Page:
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China Considering Expanding Tobacco Rules to Include Electronic Cigarettes

Chinese authorities recently announced plans to expand current rules for tobacco cigarettes to include electronic cigarettes as well, which would seriously impact the vaping industry.

In a draft amendment to China’s Detailed Rules for the Implementation of the Tobacco Patent Sales Law, the Ministry of Industry and Information Technology and the State Tobacco Monopoly Administration proposed expanding the current tobacco rules to include electronic cigarettes. While the practical impact of this measure remains unclear, experts say that effects could range from making it illegal to vape at the workplace, in public facilities and other venues, to enforcing a ban on e-liquid flavors.

China’s e-cigarette industry has been growing at an incredible pace, with data showing that the country has been producing over 80% of the world’s electronic cigarettes since 2015. The new amendment could throw a wrench into the supply chain, though, with the increased oversight making it harder for companies to produce and sell their products.

According to a report by brokerage firm Everbright Securities, should the amendment pass, it could force e-cigarette companies to have to obtain special permits to produce and sell their products, as well as pay additional taxes. Currently, e-cigarette manufacturers are considered “technology companies”, so they don’t fall under the same scrutiny, but that is expected to change.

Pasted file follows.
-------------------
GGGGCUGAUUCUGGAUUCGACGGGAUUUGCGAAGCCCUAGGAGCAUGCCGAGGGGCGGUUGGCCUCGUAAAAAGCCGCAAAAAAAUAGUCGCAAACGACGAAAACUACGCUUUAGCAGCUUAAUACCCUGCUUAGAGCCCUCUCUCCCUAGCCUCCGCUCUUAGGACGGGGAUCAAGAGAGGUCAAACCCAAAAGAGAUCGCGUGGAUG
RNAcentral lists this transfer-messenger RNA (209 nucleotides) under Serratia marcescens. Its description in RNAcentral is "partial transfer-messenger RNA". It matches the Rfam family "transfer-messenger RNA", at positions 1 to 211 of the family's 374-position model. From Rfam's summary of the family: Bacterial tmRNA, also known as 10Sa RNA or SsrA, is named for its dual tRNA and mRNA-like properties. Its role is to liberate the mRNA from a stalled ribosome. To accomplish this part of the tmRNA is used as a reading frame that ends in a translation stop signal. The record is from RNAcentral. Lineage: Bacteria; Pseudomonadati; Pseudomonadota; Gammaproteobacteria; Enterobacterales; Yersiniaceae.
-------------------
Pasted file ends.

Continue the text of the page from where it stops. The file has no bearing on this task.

The draft amendment is open to public feedback through April 22, but its effect has already been felt by the largest e-cigarette companies in China. RLX Technology, China’s bestselling e-cig manufacturer, with a 69% market share, saw 48% of its share value wiped out by Monday’s announcement. Smoore International Holdings, the parent company of Vaporesso, also saw its shares go down more than 27% on Tuesday.

Ao Weinuo, who leads the Electronic Cigarette Industry Committee, a vaping industry group in China, told Caixin that the draft amendment would bring electronic cigarettes under the regulatory control of the State Tobacco Monopoly Administration, which both sells and regulates tobacco. Vapes would also be treated as tobacco products, not electronic devices, as it’s currently the case.

Although the announcement stirred things quite a bit in the booming Chinese industry, no one knows exactly what to make of the draft amendment. It’s unclear how the government plans to tax  e-cigarettes, which currently face a 13% VAT, and whether manufacturers will become suppliers to the near-monopoly state-owned enterprise China Tobacco Group, and be forced to apply for a license, just like tobacco-product makers currently do.

“Only one thing is clear now,” one e-cigarette business executive said. “E-cigarettes will be under the control of the STMA in the future.”

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